Exhibition Galleries of the Stark Museum of Art
Lobby: The American Birds of Dorothy Doughty: The Southern and Western Trips.
Porcelain Birds by artist Dorothy Doughty.
Gallery 1: Exploring America’s Frontiers
Early exploration art of the American West. John James Audubon (The Birds of America, double elephant folio) to Thomas Moran. Nineteenth century.
Gallery 2: Picturing the Wild West
Art portraying the drama and romance of the Old West. Works by Frederic Remington, Charles Marion Russell, N.C. Wyeth, and others. Late nineteenth–early twentieth century.
Gallery 3: Portraying an Idyllic Place
Art depicting the beauty of the landscape and the cultures of the West, especially of New Mexico. Features Taos Society of Artists, Georgia O’Keeffe, and others. Twentieth century.
Gallery 4: Creating from Traditions: Arts of the American Indians
Beadwork, baskets, pottery, jewelry, carvings, sculptures, prints, and other arts by American Indians. Nineteenth and twentieth centuries.
Gallery 5: Special Exhibitions
The Special Exhibitions gallery changes out twice a year. Please see Exhibitions page for information on the current and upcoming special exhibitions.
Hallway 1: Charles Marion Russell
Sculptures by Russell.
The American Birds of Dorothy Doughty: The Early Years
The exhibition of Doughty Birds begins in Hallway 1 and continues in the Lobby.
Hallway 2: The United States in Crystal
Steuben Glass bowls of the fifty states and nation.
Thank you for your interest in visiting the Stark Museum of Art and The W.H. Stark House. At these venues staff and visitors work together to ensure the safety of the collections you will see. To prepare you for an enjoyable visit, please review the following expectations.
Children under age 12 are welcome to visit the Museum, but must be accompanied by an adult.
Eating and Drinking
For the safety of the collection, there is no eating or drinking allowed in the Museum galleries, main Stark House, or adjacent Carriage House. There is a café at Shangri La Botanical Gardens and Nature Center as well has many eateries in the area. Gum and candy are also not allowed in the Museum galleries or historic house.
Photography and Video
Light, both visible and invisible, damages most objects. Museums and historic houses try to eliminate all natural light from their galleries and rooms by using filters. Still photography for personal, noncommercial use is permitted in the Museum’s permanent galleries as well as the Carriage House and grounds. No video, flash photography or additional light, selfie sticks, monopods, tripods or similar equipment is permitted. Please be aware, photography may be restricted in special exhibitions, specific galleries, or with specific works of art designated as “No Photography” on labels, signs, or other methods.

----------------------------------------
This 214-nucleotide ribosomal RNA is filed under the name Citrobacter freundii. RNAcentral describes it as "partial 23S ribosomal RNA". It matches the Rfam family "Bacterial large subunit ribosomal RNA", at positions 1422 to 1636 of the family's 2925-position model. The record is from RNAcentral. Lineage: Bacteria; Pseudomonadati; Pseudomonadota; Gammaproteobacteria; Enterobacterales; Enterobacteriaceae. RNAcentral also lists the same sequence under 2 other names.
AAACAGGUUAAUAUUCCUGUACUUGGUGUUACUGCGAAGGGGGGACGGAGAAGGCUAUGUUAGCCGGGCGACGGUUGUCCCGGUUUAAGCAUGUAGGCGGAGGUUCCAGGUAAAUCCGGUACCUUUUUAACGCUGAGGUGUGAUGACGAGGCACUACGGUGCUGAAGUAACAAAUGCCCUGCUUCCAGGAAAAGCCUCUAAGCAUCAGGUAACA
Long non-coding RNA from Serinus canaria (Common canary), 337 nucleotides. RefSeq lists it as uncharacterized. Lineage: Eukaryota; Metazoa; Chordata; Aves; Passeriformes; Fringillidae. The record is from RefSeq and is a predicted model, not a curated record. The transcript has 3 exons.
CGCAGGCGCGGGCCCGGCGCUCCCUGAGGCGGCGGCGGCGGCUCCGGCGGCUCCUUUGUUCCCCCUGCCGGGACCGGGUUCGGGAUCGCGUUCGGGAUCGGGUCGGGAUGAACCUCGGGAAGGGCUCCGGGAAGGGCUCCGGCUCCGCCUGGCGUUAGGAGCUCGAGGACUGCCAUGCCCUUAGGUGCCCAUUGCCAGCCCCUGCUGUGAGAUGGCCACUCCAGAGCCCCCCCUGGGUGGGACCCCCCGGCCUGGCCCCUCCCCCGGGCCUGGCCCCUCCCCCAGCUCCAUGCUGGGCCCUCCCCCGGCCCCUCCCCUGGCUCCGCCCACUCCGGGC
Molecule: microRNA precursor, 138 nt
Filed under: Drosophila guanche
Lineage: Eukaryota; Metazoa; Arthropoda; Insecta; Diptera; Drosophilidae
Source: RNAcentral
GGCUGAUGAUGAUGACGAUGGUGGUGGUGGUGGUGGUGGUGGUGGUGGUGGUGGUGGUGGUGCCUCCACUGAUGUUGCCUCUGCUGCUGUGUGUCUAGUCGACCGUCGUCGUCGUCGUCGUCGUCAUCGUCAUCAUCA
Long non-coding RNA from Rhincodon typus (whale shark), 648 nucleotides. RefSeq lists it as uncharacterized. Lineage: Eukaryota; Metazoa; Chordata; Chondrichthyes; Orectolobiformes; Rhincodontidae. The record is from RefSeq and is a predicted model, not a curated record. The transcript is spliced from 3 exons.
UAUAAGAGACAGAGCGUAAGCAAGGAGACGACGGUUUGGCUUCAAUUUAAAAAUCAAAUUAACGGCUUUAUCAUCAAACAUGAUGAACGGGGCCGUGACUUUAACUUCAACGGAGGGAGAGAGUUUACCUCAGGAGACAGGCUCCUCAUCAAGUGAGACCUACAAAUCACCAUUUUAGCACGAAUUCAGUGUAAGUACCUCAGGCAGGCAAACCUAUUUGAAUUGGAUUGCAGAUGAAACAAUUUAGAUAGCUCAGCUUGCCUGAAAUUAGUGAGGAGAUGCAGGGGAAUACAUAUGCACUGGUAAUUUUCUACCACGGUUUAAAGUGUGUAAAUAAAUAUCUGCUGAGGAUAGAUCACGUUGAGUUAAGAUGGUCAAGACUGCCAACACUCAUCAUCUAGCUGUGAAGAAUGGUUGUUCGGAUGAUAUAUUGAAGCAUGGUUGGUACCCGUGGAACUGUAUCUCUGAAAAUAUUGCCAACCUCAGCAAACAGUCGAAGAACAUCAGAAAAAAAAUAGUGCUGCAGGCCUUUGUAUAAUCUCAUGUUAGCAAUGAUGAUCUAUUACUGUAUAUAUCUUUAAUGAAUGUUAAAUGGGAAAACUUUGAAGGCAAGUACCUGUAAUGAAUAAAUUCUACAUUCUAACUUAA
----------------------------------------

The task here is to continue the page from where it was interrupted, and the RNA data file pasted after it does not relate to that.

Members of the Media should contact the marketing department of the Stark Foundation
Museums and Historic Homes across the country preserve collections for current and future generations. Visitors can help protect the objects that are on display at the Stark Museum of Art and The W.H. Stark House by not touching objects, works of art, or the walls of the historic house. The oils in your hands and skin can damage the historic and artistic objects. Your touch may seem insignificant, but the slightest contact will damage the surface of a painting or textiles, discolor stone and porcelain, and wear down metal. To enhance the visitor experience the Museum and House make every effort to provide interactive areas and opportunities to touch similar, non-collections, materials.
Tobacco & Firearms
For the safety of the collection and comfort of other visitors, use of tobacco products of any kind is forbidden. Firearms are also not allowed in the Museum and House.
Purses and Bags
To insure the safety of the House and Museum collection items, all visitors are required to lock any bags, packages, or other carried items in lockers; and store umbrellas and large coats in the cloakroom.